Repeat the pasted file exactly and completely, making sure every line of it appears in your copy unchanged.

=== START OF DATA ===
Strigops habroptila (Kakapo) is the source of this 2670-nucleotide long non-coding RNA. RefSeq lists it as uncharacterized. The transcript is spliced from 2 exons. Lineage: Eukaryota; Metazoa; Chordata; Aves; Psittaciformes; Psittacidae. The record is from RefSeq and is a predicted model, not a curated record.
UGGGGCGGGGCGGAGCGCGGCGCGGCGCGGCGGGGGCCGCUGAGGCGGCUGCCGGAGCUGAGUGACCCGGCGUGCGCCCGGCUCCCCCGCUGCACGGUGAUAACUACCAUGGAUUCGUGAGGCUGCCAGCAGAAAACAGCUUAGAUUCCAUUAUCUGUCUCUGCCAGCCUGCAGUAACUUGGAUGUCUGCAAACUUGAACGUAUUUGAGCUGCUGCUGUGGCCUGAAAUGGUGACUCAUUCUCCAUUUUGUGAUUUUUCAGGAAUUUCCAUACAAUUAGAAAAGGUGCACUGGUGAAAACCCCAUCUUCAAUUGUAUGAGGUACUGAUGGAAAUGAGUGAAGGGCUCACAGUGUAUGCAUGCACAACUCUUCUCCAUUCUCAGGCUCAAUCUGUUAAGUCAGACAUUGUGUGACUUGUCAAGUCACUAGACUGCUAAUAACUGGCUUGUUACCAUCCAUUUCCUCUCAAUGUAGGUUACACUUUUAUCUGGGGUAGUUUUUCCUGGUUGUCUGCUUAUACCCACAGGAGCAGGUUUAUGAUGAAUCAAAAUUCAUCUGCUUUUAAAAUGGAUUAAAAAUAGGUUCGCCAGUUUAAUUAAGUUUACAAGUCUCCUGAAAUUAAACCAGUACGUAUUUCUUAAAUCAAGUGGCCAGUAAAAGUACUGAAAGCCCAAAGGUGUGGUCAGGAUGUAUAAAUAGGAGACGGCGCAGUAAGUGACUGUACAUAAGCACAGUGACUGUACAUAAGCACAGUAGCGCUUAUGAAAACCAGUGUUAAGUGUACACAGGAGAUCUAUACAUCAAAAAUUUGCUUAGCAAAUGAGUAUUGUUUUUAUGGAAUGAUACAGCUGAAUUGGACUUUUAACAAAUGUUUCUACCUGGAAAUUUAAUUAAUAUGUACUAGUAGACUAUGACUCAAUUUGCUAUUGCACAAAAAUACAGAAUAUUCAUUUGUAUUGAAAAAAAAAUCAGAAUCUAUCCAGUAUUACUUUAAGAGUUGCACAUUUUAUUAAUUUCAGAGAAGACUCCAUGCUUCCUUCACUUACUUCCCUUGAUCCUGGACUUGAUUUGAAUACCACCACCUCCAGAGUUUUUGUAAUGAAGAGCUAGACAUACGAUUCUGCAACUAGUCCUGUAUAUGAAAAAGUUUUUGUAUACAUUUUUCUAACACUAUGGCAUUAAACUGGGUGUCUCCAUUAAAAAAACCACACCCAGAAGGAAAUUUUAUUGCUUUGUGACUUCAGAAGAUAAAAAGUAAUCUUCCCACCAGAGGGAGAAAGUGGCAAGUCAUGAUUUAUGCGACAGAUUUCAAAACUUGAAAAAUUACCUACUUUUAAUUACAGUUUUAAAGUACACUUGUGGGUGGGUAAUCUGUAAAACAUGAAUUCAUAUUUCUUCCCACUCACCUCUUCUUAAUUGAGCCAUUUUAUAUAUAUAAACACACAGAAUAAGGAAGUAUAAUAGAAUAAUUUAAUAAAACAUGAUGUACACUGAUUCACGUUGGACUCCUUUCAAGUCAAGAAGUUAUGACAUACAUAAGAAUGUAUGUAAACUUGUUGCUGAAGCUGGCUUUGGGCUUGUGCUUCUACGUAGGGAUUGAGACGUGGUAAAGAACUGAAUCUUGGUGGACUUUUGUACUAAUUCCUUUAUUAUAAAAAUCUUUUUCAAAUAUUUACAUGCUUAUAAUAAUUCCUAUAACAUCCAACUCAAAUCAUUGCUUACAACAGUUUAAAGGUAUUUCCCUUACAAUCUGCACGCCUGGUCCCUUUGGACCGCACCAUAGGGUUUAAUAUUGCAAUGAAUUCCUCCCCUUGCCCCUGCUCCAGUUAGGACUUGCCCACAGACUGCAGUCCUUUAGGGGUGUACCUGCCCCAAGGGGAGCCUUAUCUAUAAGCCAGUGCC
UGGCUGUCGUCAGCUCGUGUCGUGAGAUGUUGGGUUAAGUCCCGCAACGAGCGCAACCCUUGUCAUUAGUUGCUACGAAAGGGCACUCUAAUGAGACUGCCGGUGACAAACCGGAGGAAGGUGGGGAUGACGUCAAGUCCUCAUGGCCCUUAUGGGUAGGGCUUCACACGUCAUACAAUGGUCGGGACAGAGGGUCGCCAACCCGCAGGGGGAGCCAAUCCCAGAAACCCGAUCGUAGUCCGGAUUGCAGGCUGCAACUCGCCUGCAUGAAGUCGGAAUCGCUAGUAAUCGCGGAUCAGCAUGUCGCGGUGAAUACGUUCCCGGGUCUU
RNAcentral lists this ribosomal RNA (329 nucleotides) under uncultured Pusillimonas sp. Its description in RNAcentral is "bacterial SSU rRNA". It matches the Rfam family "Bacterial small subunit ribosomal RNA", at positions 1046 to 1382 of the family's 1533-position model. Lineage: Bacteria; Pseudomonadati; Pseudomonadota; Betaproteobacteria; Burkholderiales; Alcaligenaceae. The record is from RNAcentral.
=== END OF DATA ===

Strigops habroptila (Kakapo) is the source of this 2670-nucleotide long non-coding RNA. RefSeq lists it as uncharacterized. The transcript is spliced from 2 exons. Lineage: Eukaryota; Metazoa; Chordata; Aves; Psittaciformes; Psittacidae. The record is from RefSeq and is a predicted model, not a curated record.
UGGGGCGGGGCGGAGCGCGGCGCGGCGCGGCGGGGGCCGCUGAGGCGGCUGCCGGAGCUGAGUGACCCGGCGUGCGCCCGGCUCCCCCGCUGCACGGUGAUAACUACCAUGGAUUCGUGAGGCUGCCAGCAGAAAACAGCUUAGAUUCCAUUAUCUGUCUCUGCCAGCCUGCAGUAACUUGGAUGUCUGCAAACUUGAACGUAUUUGAGCUGCUGCUGUGGCCUGAAAUGGUGACUCAUUCUCCAUUUUGUGAUUUUUCAGGAAUUUCCAUACAAUUAGAAAAGGUGCACUGGUGAAAACCCCAUCUUCAAUUGUAUGAGGUACUGAUGGAAAUGAGUGAAGGGCUCACAGUGUAUGCAUGCACAACUCUUCUCCAUUCUCAGGCUCAAUCUGUUAAGUCAGACAUUGUGUGACUUGUCAAGUCACUAGACUGCUAAUAACUGGCUUGUUACCAUCCAUUUCCUCUCAAUGUAGGUUACACUUUUAUCUGGGGUAGUUUUUCCUGGUUGUCUGCUUAUACCCACAGGAGCAGGUUUAUGAUGAAUCAAAAUUCAUCUGCUUUUAAAAUGGAUUAAAAAUAGGUUCGCCAGUUUAAUUAAGUUUACAAGUCUCCUGAAAUUAAACCAGUACGUAUUUCUUAAAUCAAGUGGCCAGUAAAAGUACUGAAAGCCCAAAGGUGUGGUCAGGAUGUAUAAAUAGGAGACGGCGCAGUAAGUGACUGUACAUAAGCACAGUGACUGUACAUAAGCACAGUAGCGCUUAUGAAAACCAGUGUUAAGUGUACACAGGAGAUCUAUACAUCAAAAAUUUGCUUAGCAAAUGAGUAUUGUUUUUAUGGAAUGAUACAGCUGAAUUGGACUUUUAACAAAUGUUUCUACCUGGAAAUUUAAUUAAUAUGUACUAGUAGACUAUGACUCAAUUUGCUAUUGCACAAAAAUACAGAAUAUUCAUUUGUAUUGAAAAAAAAAUCAGAAUCUAUCCAGUAUUACUUUAAGAGUUGCACAUUUUAUUAAUUUCAGAGAAGACUCCAUGCUUCCUUCACUUACUUCCCUUGAUCCUGGACUUGAUUUGAAUACCACCACCUCCAGAGUUUUUGUAAUGAAGAGCUAGACAUACGAUUCUGCAACUAGUCCUGUAUAUGAAAAAGUUUUUGUAUACAUUUUUCUAACACUAUGGCAUUAAACUGGGUGUCUCCAUUAAAAAAACCACACCCAGAAGGAAAUUUUAUUGCUUUGUGACUUCAGAAGAUAAAAAGUAAUCUUCCCACCAGAGGGAGAAAGUGGCAAGUCAUGAUUUAUGCGACAGAUUUCAAAACUUGAAAAAUUACCUACUUUUAAUUACAGUUUUAAAGUACACUUGUGGGUGGGUAAUCUGUAAAACAUGAAUUCAUAUUUCUUCCCACUCACCUCUUCUUAAUUGAGCCAUUUUAUAUAUAUAAACACACAGAAUAAGGAAGUAUAAUAGAAUAAUUUAAUAAAACAUGAUGUACACUGAUUCACGUUGGACUCCUUUCAAGUCAAGAAGUUAUGACAUACAUAAGAAUGUAUGUAAACUUGUUGCUGAAGCUGGCUUUGGGCUUGUGCUUCUACGUAGGGAUUGAGACGUGGUAAAGAACUGAAUCUUGGUGGACUUUUGUACUAAUUCCUUUAUUAUAAAAAUCUUUUUCAAAUAUUUACAUGCUUAUAAUAAUUCCUAUAACAUCCAACUCAAAUCAUUGCUUACAACAGUUUAAAGGUAUUUCCCUUACAAUCUGCACGCCUGGUCCCUUUGGACCGCACCAUAGGGUUUAAUAUUGCAAUGAAUUCCUCCCCUUGCCCCUGCUCCAGUUAGGACUUGCCCACAGACUGCAGUCCUUUAGGGGUGUACCUGCCCCAAGGGGAGCCUUAUCUAUAAGCCAGUGCC
UGGCUGUCGUCAGCUCGUGUCGUGAGAUGUUGGGUUAAGUCCCGCAACGAGCGCAACCCUUGUCAUUAGUUGCUACGAAAGGGCACUCUAAUGAGACUGCCGGUGACAAACCGGAGGAAGGUGGGGAUGACGUCAAGUCCUCAUGGCCCUUAUGGGUAGGGCUUCACACGUCAUACAAUGGUCGGGACAGAGGGUCGCCAACCCGCAGGGGGAGCCAAUCCCAGAAACCCGAUCGUAGUCCGGAUUGCAGGCUGCAACUCGCCUGCAUGAAGUCGGAAUCGCUAGUAAUCGCGGAUCAGCAUGUCGCGGUGAAUACGUUCCCGGGUCUU
RNAcentral lists this ribosomal RNA (329 nucleotides) under uncultured Pusillimonas sp. Its description in RNAcentral is "bacterial SSU rRNA". It matches the Rfam family "Bacterial small subunit ribosomal RNA", at positions 1046 to 1382 of the family's 1533-position model. Lineage: Bacteria; Pseudomonadati; Pseudomonadota; Betaproteobacteria; Burkholderiales; Alcaligenaceae. The record is from RNAcentral.